"Tenting Tonight." The flag salute
was then given and followed by the
recitation of the poem "The Flag is
Passing By," by Master William Ed Edwards
wards Edwards of th? first grade. "The Flag
of the Free was then sung by the en entire
tire entire school. The second grade recited

the poem, "Glory to the Flag," and
"The Star Spangled Banner" was
sung by the school. The third grade's
memory gem, "Your Flag and My
Flag," was recited by the pupils of
that grade. The exercises closed with
the singing of "America," and the
prayer song, "God Save Our Splendid
Ocala and Marion county friends of
Prof, and Mrs. Barnard W. Barnett
of Charlotte, N. C, will be greatly
interested to hear of the little daugh daughter
ter daughter that arrived at their home Feb.
20, and who will be called Rosemond
for Prof. Barnett's sister, who was
the mother of Mrs. W. A. Wilds of
this city. Prof. Barnett, who teaches
in King's Business College in Char Charlotte,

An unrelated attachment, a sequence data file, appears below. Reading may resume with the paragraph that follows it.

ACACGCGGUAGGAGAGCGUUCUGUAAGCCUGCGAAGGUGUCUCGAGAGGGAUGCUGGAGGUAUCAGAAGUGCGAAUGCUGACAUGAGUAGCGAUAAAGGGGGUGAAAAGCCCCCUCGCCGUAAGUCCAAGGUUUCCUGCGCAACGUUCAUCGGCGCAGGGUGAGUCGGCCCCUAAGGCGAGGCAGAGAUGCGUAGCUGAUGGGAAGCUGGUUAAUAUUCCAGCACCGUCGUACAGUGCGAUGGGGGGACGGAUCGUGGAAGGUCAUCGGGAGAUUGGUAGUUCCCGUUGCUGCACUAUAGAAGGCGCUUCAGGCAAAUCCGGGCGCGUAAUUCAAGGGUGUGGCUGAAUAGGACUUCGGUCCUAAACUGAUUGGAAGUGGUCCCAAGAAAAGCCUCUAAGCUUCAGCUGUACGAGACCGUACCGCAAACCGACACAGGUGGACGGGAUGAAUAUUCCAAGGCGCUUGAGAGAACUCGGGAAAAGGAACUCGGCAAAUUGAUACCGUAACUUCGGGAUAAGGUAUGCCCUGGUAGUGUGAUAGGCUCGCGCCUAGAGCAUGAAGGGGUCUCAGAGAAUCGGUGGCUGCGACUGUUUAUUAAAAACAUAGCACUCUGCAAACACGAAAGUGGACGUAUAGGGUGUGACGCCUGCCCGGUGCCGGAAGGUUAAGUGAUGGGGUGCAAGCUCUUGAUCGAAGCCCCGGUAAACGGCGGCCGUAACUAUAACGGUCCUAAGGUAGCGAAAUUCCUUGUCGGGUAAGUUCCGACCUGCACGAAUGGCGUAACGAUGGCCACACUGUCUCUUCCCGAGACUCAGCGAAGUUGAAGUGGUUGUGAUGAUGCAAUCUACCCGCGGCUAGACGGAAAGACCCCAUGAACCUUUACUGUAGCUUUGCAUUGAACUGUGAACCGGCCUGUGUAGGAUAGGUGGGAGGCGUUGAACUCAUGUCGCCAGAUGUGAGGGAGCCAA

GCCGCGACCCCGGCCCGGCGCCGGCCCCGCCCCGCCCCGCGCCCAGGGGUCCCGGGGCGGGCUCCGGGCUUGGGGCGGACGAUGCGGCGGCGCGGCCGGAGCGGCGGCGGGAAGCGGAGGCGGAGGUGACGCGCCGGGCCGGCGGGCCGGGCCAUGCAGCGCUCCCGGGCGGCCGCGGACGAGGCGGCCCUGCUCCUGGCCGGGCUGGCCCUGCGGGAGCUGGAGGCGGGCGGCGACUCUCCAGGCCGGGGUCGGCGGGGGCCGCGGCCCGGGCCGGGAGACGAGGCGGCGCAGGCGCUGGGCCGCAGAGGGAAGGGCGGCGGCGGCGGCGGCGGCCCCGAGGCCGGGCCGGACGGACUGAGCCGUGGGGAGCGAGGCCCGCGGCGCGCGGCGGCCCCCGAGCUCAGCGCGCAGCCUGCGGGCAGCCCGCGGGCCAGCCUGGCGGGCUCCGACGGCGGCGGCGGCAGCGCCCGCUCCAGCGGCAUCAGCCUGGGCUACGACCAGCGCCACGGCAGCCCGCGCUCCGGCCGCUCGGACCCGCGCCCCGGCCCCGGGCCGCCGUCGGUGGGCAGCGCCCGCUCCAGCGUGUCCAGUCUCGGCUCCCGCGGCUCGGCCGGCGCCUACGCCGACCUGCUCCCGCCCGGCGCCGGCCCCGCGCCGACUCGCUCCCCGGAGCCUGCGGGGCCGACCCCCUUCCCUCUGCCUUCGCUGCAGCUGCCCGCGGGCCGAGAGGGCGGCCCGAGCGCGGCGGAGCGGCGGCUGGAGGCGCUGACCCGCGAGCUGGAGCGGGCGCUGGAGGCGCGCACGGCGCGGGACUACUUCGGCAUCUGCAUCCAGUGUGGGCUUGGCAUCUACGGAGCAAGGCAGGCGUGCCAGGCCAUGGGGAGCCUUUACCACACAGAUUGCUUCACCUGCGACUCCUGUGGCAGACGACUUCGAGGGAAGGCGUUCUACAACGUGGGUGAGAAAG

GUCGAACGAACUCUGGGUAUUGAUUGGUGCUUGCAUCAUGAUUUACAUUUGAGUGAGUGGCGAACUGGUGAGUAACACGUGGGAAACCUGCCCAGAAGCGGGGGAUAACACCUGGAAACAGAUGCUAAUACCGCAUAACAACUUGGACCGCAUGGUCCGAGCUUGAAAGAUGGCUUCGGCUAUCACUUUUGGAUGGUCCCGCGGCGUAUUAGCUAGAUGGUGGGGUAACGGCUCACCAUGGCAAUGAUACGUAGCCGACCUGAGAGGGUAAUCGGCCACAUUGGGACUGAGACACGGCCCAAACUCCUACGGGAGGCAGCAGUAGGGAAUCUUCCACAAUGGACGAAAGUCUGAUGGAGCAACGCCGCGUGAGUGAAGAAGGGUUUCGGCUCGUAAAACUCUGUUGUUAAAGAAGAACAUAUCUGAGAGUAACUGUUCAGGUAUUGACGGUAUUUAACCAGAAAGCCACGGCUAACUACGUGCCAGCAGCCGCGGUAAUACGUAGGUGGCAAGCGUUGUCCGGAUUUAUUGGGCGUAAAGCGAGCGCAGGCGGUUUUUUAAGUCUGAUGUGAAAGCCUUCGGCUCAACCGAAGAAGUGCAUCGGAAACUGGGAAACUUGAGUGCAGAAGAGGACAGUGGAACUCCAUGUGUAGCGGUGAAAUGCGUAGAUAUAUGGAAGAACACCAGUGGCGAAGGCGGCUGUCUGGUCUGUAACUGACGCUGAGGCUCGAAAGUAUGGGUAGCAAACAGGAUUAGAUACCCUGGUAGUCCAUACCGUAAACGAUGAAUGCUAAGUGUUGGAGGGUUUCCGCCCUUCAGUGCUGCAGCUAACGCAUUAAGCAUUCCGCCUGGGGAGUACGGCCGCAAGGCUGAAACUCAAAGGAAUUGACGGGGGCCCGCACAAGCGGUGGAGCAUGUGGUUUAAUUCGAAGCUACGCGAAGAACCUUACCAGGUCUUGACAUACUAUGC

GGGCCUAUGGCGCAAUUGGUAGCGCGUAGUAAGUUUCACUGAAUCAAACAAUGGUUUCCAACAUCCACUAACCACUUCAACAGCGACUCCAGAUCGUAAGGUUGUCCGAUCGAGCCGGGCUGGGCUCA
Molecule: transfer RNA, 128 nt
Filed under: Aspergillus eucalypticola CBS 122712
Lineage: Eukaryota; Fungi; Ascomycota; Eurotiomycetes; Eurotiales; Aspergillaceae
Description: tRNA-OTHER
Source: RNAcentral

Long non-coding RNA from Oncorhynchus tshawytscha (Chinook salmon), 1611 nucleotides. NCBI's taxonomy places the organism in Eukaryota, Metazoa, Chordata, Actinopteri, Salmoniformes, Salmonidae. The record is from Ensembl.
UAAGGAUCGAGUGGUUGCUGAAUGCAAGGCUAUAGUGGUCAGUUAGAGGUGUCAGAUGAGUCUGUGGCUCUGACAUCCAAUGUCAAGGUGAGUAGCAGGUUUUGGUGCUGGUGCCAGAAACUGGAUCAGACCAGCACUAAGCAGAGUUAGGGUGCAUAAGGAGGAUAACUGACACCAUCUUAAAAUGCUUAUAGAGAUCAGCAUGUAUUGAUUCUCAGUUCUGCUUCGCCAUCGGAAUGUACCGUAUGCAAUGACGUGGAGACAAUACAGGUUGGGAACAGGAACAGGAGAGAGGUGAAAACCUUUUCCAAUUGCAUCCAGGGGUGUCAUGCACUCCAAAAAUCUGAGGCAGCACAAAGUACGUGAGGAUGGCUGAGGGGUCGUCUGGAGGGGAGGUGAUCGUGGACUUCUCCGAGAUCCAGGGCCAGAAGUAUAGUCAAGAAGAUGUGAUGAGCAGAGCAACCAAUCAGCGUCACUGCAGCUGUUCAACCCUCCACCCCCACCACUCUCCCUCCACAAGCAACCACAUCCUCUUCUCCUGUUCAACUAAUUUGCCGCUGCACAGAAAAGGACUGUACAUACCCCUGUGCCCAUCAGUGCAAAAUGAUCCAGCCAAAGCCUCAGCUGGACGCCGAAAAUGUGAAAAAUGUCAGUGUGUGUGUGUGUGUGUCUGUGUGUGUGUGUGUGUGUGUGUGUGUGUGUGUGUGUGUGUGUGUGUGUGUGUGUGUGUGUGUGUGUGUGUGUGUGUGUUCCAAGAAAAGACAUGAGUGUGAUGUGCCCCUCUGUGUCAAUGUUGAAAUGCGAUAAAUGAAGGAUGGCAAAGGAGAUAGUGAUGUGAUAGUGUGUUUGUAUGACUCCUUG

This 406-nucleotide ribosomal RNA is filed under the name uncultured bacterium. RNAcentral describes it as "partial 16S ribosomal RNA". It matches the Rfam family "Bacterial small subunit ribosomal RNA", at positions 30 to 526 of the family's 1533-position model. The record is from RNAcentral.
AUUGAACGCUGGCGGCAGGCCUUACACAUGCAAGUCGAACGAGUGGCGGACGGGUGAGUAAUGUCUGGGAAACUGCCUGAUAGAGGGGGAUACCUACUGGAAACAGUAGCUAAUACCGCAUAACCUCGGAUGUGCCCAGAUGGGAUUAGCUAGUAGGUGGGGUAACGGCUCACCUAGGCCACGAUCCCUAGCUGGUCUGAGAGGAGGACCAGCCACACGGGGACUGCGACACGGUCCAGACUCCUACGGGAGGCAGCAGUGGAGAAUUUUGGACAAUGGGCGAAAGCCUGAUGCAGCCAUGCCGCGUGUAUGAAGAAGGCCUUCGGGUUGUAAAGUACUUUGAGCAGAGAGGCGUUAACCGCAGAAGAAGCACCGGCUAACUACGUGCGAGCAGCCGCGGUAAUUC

lotte, Charlotte, is a Marion county man, and
hosts of friends in the Fellowship
neighborhood, where he lived, and in
Ocala where he visits his sister, Mrs.
Thomas Sexton, extend congratula congratulations,
tions, congratulations, and look forward with much
pleasure to the meeting of Mrs. Bar Barnett
nett Barnett and Miss Rosemond Barnett.
m m
Gatty Sellars, who is described as
the world's greatest descriptive or organist,
ganist, organist, established a world's record of
over 500 recitals in direct succession.
In Europe Gatty Sellars is best known
from his performances at the Queen's
Hall and Crystal Palace, London. Be Before
fore Before leaving for his American tour,
the musical "at homes" were attend attended
ed attended by well known titled personages
and celebrated musicians. Mr. Sel

lars is a bachelor and has a country
residence, Parklands, Leicestershire,
England.' It has a music hall con con-taining
taining con-taining a' large three-manual pipe
organ, and a Goetze grand pionaforte.
Frequently as many as twelve guests
have been asked in informally for the
wonderful musical treats that abound
in this music hall. Mr. Sellars will
give two recitals at the Methodist
church next Wednesday and Thurs Thursday
day Thursday nights.